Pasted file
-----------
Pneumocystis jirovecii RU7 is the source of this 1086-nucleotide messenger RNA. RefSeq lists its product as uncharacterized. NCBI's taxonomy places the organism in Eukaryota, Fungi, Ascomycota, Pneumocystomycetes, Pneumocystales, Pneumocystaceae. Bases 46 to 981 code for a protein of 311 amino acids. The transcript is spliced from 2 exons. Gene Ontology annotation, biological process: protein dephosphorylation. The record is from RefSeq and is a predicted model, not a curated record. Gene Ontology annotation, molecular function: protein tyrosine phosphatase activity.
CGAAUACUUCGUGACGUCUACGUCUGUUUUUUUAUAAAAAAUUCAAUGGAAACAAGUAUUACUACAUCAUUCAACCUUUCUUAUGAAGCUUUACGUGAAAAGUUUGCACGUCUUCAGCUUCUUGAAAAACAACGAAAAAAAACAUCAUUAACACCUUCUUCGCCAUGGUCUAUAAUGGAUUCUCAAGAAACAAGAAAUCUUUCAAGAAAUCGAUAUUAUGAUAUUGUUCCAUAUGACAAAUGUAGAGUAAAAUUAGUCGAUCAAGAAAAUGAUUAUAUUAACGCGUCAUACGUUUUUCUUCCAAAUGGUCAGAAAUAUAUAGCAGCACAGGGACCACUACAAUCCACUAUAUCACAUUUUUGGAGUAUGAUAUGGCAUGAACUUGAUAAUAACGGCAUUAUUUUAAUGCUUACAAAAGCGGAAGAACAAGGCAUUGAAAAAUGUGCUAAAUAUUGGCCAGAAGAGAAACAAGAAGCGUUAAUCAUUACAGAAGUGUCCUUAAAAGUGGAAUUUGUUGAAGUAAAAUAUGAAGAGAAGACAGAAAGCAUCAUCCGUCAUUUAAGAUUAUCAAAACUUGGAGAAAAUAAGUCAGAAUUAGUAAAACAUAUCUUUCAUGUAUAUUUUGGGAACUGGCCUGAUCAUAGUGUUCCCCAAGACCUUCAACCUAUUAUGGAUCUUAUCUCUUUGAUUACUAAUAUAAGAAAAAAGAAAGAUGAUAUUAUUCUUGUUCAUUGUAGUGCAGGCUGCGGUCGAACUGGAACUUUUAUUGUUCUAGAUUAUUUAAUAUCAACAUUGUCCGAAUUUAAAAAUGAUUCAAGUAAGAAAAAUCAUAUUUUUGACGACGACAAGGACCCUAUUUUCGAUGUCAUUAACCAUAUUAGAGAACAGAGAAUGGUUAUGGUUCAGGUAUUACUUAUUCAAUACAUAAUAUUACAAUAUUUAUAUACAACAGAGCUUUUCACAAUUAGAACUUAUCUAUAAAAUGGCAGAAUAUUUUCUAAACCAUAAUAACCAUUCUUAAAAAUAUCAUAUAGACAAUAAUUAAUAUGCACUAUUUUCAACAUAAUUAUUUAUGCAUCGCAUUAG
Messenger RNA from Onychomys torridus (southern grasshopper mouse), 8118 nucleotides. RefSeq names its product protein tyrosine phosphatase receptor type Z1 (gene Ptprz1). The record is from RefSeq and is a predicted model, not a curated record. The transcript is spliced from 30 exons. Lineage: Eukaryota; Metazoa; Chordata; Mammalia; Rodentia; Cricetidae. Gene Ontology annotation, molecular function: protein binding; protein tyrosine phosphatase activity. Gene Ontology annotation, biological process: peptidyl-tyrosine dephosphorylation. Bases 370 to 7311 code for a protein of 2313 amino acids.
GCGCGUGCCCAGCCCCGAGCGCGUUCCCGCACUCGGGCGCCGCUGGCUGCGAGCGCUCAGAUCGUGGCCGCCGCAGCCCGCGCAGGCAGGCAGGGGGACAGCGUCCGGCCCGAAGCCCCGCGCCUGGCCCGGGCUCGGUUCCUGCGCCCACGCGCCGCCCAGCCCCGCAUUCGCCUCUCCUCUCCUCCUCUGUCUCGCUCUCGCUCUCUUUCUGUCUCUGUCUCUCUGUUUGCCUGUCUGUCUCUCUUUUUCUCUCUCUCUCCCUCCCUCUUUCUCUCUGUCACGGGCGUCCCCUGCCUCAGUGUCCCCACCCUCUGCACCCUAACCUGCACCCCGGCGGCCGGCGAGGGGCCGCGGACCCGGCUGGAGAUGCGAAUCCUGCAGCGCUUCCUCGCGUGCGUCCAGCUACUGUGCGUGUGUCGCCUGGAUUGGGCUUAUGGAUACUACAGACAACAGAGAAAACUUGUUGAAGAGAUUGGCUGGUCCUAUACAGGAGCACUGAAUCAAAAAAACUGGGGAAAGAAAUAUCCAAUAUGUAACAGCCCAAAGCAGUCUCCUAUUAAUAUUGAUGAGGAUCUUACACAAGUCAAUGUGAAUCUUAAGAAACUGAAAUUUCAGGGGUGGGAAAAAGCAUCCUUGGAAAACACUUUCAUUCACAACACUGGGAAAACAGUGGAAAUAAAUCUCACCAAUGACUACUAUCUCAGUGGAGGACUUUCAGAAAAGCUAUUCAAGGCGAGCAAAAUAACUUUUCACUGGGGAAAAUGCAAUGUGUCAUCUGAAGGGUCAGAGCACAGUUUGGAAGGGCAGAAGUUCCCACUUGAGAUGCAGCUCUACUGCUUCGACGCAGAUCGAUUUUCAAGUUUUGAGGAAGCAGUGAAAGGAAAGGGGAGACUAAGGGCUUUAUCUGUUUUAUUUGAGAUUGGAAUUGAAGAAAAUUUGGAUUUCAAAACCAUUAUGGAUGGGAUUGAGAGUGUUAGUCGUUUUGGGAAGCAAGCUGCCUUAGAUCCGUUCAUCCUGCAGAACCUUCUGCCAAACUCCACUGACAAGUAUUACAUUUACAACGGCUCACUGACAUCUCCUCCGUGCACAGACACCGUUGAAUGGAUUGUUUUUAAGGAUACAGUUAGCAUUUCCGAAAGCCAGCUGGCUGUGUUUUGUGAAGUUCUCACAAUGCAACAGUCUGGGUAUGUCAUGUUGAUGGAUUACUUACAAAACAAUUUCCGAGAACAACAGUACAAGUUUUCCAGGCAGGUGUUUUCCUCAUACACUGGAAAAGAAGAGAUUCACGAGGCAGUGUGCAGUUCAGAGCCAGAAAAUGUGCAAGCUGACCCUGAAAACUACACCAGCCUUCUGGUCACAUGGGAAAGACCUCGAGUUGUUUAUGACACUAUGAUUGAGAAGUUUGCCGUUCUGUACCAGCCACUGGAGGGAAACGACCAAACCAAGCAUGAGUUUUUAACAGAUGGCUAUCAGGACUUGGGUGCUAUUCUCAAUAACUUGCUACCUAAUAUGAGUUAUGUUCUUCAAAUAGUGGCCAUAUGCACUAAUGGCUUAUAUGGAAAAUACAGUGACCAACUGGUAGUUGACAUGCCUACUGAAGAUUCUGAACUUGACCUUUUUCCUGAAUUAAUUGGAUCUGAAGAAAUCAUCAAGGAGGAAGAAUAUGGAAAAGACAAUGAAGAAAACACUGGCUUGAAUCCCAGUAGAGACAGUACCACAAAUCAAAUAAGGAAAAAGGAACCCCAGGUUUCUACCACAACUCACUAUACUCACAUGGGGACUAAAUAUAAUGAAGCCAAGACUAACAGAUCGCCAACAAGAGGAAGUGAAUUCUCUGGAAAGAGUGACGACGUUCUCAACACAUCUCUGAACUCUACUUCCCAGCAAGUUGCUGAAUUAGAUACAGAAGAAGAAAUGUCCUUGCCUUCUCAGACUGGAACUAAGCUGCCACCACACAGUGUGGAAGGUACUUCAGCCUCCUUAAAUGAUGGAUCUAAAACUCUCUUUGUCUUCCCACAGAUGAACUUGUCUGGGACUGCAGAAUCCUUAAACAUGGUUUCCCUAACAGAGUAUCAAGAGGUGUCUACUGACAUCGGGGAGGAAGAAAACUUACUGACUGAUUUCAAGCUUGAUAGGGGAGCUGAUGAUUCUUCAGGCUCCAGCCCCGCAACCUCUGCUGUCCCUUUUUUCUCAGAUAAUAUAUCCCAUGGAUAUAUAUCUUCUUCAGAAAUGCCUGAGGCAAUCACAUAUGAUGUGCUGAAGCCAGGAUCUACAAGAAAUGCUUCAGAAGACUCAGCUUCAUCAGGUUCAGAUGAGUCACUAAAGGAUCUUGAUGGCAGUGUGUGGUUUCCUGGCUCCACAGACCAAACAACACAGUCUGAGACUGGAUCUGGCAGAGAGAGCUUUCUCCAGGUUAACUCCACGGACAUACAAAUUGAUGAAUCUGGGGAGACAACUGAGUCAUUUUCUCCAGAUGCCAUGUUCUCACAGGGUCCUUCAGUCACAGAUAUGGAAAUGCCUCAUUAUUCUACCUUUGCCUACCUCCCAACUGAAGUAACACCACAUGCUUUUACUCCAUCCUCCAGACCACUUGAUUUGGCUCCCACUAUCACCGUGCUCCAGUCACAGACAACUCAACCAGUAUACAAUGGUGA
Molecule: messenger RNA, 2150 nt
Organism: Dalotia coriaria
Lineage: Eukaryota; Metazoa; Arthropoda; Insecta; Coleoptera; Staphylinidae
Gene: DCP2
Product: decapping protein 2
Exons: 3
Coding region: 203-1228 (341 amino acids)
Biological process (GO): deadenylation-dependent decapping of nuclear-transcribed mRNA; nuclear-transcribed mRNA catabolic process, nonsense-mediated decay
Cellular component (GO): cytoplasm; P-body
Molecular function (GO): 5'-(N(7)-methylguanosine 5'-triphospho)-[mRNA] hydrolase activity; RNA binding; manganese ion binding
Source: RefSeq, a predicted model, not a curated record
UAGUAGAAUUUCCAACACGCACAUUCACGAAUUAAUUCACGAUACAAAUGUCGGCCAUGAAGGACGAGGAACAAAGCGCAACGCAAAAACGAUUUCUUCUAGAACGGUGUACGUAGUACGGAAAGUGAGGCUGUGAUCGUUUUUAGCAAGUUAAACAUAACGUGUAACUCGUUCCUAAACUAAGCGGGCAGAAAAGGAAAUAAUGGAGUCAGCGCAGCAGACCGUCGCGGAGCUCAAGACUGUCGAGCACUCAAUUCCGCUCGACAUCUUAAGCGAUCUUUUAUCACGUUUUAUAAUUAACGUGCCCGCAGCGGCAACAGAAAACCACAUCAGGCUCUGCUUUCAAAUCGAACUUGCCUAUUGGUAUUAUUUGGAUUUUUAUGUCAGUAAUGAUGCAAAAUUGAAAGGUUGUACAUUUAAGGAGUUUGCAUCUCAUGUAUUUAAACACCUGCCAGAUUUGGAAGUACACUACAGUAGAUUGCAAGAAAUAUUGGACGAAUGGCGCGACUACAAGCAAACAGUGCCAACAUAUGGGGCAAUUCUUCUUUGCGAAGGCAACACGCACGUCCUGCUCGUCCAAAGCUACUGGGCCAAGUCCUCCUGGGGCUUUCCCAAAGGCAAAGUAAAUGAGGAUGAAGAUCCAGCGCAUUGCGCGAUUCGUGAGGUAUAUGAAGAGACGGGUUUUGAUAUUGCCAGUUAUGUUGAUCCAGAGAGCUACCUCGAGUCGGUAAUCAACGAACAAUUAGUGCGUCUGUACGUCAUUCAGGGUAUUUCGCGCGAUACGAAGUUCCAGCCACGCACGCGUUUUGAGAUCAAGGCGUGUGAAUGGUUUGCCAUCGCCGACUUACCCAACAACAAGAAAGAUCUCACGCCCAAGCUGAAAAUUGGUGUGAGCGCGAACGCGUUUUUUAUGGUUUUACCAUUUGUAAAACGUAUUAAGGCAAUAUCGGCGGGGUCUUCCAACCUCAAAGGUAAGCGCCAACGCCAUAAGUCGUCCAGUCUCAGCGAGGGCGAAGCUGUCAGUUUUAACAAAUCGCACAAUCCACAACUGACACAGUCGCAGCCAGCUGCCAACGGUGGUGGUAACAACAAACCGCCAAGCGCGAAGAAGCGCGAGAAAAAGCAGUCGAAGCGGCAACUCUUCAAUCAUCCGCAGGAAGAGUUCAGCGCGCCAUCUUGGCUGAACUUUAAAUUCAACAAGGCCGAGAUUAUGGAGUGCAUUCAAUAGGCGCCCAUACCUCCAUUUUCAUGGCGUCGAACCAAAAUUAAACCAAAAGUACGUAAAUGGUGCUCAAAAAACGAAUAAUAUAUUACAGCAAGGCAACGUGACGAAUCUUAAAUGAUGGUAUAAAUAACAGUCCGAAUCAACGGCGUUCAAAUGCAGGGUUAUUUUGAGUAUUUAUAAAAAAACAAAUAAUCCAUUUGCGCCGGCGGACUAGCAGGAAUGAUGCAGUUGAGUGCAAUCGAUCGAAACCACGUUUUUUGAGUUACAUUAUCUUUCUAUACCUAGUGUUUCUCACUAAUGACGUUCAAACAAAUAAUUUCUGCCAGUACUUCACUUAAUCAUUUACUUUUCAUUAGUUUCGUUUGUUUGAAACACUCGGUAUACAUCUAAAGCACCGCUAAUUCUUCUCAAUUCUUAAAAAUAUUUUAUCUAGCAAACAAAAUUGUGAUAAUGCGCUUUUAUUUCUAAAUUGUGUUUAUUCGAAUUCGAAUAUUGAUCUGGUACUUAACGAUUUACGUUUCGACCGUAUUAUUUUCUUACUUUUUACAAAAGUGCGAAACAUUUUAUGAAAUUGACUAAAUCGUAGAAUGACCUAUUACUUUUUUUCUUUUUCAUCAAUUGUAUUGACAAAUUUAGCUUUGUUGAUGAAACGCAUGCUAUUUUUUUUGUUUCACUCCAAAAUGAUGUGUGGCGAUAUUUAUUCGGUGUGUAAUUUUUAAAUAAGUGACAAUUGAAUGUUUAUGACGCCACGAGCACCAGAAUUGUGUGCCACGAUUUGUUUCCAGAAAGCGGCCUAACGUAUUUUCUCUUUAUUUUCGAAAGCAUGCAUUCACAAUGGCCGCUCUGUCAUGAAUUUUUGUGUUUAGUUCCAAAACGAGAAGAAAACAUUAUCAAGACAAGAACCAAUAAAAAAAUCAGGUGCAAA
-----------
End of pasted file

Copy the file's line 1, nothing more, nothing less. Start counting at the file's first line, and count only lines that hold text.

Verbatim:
Pneumocystis jirovecii RU7 is the source of this 1086-nucleotide messenger RNA. RefSeq lists its product as uncharacterized. NCBI's taxonomy places the organism in Eukaryota, Fungi, Ascomycota, Pneumocystomycetes, Pneumocystales, Pneumocystaceae. Bases 46 to 981 code for a protein of 311 amino acids. The transcript is spliced from 2 exons. Gene Ontology annotation, biological process: protein dephosphorylation. The record is from RefSeq and is a predicted model, not a curated record. Gene Ontology annotation, molecular function: protein tyrosine phosphatase activity.